‘Connecting the dots’ is too cliche and doesn’t really get at it. We’re looking at how we can foster a conversation that draws on information from multiple interconnected sources and perspectives.

Why is it important to get into this conversation?

What happens in seemingly isolated places is treated as such, especially in the news media, but also in our culture and in ourselves if we’re not being mindful.

We’ve got ‘INHIMBY’ going on - ‘It’s not happening in my backyard yet’ kind of mentality. It splits us up; it creates the illusion that there is no comprehensive cause or solution to it.

We need to have a global conversation about it that recognizes that what is taking place in one place does have an impact on everywhere.

You believe the media is largely to blame for the ‘INHIMBY’ mentality?

In large part, yes. I have yet to see a reporter challenge health officials to drink the water on camera. Maybe that sounds like a stunt, I don’t know, but at its foundation, the news industry has a role in holding officials accountable to the people. This is not happening very much.

Much of the media industry is entangled with corporate interests that prevent the coverage that needs to occur. An oil spill in North Dakota is treated with no follow up on the company’s record on spills and regulation.

The follow up story is something like some celebrity getting arrested for a DUI or box office results of a movie which incidentally is produced by a company which owns the news organization.

But it’s more than the media. You’ve got where some energy companies are mostly owned by banks. You’ve got pensions and college endowments invested in oil companies. You’ve got short-term thinking politicians being bought, sold, and told to shut up. And you have some siloism going on within parts of the movement.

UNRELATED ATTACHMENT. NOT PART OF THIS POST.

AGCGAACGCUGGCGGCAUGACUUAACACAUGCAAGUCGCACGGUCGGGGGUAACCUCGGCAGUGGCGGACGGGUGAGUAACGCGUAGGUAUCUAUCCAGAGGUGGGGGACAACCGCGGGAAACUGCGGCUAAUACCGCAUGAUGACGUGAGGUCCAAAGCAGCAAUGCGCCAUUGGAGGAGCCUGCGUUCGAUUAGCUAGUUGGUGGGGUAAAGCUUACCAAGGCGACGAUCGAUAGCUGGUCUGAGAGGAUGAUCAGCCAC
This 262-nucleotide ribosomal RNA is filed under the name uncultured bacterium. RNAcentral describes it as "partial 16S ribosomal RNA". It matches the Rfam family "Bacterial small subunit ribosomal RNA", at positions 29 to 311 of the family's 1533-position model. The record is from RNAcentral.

You’ve also got people around the world facing tough economic situations who do not realize that our economics are tied to unsustainable practices.
And then you’ve got climate disruption exacerbating it all getting us even further into a short-term reactionary mode.

We need to be having a conversation that gets around all of this and leads to even greater positive and lasting change for our sustainable future. That is the kind of conversation we are working to be a part of and to foster in what we’re doing at Green Action News.

How can people get involved with Green Action News?

The first thing I would encourage people to do is to join our newsletter to stay informed and get updated.

Subscribers have a chance to win a bumper sticker from us each week. We’ve got a crowdfund coming up and we'll be announcing it to our newsletter subscribers when we're ready to launch so we can have a strong start.

We are recruiting more writers, the application for that is in our Careers section on our web site, and of course I'd encourage people to "LIKE" & "Follow" us, all those links are on our website at GreenActionNews.net

So how did I do? Feel free to visit our contact page to share your feedback and to ask any other questions you think I should have asked as well.